The Rockhopper has been hanging on the wall, awaiting a new purpose.  I didn't do any dirt rides on it this year.  So one evening, my inspiration fueled by Charles Shaw merlot, I decided to resurrect the road version of the Rockhopper.  It was just what I envisioned:  A ruggedized bike frame with bomb-proof wheels, wider but still fast rolling puncture resistant tires, front shock absorbers, powerful U-brakes, and low gears for getting up the 7 mile hill to work.  And I would need fenders for wet roads.  And lights for when it gets dark at 5pm.  And reflectors.  Lots of reflectors.  I got to work.

For tires I use some generic kevlar belted city tires from Performance, the City-K, size 26x1.25.  They look like baby tires compared to the knobbies they replace.  But the small diameter also serves a secondary importance: they provide fender clearance.  For fenders, I stole some 1975 vintage rusted steel parts of my junk project bike I call "entropy".  I never ride it anymore, and it is just sitting outside rusting away.  But I've always admired the rust on top of the old chrome fenders, and their sturdy construction.  The Rockhopper was never designed for touring type fenders so I had to get creative with the mounting, relying on zip ties, bolts, and even Gorilla glue.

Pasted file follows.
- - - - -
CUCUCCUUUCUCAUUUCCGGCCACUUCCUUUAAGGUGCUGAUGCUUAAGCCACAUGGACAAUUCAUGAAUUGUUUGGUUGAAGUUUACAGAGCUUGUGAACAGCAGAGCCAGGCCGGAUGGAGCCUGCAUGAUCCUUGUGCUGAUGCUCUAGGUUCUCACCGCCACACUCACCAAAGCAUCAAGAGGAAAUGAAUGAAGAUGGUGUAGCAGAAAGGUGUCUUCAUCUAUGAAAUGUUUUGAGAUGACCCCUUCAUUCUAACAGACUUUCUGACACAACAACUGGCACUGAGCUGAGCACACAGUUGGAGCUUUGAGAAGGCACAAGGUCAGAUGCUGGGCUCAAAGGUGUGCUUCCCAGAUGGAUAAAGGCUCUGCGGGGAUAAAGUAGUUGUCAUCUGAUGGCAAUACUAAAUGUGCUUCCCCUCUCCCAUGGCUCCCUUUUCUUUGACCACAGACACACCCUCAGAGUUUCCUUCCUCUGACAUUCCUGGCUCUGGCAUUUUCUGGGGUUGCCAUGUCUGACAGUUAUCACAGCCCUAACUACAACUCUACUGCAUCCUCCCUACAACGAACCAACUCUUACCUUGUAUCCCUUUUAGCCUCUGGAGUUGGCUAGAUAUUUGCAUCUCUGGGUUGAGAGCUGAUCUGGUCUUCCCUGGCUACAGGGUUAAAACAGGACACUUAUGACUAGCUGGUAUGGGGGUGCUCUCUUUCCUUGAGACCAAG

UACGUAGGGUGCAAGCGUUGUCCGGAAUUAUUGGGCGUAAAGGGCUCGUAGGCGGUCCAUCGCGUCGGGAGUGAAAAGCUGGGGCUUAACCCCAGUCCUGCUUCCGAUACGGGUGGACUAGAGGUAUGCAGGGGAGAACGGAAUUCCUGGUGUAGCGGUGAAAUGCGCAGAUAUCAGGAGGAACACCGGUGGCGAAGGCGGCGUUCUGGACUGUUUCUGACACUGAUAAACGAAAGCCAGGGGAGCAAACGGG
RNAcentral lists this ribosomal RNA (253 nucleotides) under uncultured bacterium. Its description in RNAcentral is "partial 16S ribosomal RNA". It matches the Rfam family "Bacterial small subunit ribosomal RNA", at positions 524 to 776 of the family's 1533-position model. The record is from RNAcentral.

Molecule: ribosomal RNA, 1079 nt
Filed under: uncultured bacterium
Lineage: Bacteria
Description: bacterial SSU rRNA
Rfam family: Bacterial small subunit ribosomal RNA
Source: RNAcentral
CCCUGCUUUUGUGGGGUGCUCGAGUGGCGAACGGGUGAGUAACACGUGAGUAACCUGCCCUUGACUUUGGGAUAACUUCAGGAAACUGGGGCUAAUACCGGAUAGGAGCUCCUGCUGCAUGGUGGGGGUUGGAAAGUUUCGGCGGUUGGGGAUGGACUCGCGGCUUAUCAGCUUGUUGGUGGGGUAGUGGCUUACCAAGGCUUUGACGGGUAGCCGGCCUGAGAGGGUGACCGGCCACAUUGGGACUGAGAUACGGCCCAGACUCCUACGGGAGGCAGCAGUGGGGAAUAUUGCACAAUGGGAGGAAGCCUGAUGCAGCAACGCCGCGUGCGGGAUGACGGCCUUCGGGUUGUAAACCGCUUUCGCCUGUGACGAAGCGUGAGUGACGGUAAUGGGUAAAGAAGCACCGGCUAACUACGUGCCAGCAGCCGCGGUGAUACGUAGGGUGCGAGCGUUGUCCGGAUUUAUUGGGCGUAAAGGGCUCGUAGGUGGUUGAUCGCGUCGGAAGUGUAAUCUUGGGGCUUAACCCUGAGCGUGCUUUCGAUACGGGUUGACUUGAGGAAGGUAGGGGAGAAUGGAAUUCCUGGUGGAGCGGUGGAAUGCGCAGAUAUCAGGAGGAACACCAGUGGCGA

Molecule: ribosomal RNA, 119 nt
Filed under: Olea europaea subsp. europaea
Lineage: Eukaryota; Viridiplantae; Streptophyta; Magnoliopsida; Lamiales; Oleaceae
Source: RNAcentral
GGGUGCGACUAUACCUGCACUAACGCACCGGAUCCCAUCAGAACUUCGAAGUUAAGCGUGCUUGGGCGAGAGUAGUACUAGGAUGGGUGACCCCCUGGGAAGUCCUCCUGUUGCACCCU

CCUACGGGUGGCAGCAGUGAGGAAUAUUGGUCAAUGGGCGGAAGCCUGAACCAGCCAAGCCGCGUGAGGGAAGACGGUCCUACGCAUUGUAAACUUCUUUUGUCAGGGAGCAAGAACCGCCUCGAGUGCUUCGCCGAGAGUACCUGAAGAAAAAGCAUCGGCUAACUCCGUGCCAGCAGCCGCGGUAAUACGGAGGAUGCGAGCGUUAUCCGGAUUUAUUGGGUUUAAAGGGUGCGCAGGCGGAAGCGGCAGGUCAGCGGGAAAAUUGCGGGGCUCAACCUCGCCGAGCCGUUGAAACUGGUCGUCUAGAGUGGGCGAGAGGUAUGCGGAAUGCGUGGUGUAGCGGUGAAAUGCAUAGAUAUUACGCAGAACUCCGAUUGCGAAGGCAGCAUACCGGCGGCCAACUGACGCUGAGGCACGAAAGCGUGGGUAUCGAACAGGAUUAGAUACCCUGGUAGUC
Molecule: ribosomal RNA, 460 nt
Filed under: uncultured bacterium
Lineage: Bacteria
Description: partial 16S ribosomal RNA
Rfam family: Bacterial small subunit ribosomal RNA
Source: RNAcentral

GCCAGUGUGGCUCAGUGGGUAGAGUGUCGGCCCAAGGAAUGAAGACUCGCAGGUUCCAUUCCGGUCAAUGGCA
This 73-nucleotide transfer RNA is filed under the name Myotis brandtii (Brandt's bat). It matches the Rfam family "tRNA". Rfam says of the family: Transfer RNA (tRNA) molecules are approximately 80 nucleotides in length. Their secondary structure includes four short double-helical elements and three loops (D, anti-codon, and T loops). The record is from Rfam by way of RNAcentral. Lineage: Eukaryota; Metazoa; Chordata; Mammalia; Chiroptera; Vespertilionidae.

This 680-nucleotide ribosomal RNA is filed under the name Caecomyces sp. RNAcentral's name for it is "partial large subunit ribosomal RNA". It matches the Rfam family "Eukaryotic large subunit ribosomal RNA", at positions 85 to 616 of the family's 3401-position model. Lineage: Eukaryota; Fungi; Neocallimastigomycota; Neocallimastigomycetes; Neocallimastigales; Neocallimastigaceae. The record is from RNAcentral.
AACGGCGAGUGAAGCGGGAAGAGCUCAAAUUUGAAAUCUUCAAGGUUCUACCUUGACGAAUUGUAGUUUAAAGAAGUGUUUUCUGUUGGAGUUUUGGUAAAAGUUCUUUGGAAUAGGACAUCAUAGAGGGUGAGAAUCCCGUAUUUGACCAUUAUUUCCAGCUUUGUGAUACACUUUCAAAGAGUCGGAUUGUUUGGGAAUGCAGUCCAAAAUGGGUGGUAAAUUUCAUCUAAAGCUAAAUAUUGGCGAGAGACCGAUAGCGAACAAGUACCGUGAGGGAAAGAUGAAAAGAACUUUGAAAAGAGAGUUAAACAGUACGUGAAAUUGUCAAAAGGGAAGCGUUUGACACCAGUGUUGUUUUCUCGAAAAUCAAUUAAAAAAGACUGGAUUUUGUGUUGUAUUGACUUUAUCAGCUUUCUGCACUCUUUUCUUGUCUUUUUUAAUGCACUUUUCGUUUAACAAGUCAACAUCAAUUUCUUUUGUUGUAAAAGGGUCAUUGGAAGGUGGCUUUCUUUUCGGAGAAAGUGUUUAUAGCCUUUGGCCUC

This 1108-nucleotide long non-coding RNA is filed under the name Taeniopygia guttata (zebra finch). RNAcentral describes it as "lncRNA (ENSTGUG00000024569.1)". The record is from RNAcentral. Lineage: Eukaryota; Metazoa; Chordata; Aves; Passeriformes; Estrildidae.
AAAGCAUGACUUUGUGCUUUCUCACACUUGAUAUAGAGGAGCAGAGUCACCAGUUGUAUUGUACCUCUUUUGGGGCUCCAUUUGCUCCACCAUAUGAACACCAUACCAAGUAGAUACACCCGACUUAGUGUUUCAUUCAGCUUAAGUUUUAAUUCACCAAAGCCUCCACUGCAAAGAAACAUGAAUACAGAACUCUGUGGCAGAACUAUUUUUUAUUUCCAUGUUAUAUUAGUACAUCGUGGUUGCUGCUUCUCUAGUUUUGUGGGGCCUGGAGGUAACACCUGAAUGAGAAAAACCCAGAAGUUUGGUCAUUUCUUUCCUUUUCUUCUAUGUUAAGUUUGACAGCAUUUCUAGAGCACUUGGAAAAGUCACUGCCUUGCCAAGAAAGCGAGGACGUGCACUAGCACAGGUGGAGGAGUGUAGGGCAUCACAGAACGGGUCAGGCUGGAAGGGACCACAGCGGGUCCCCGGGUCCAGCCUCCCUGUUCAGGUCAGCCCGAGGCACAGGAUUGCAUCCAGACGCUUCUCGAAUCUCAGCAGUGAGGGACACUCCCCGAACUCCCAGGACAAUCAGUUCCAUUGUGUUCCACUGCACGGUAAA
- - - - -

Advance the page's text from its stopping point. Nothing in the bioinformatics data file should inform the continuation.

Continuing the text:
Front fender detail:  metal fender tab affixed with 2 zip ties to the fork bridge, and Gorilla glued to prevent sideways slippage

Rear detail:  the bike's left stay has a rear eyelet to bolt to, but none on the right side, so I used a piece of bent wire and a loop of cut innertube to create a flexible but tight connection.

The fenders are bent to a 27" arc, so they are a tad large in diameter, thus the generous tire clearance fore and aft.  I cut a rubber mud flap for the front and bolted that on.  One of these will greatly deflect road spray off your feet.

Here you can get an idea of how well the reflector tape works, even better in the dark under car headlights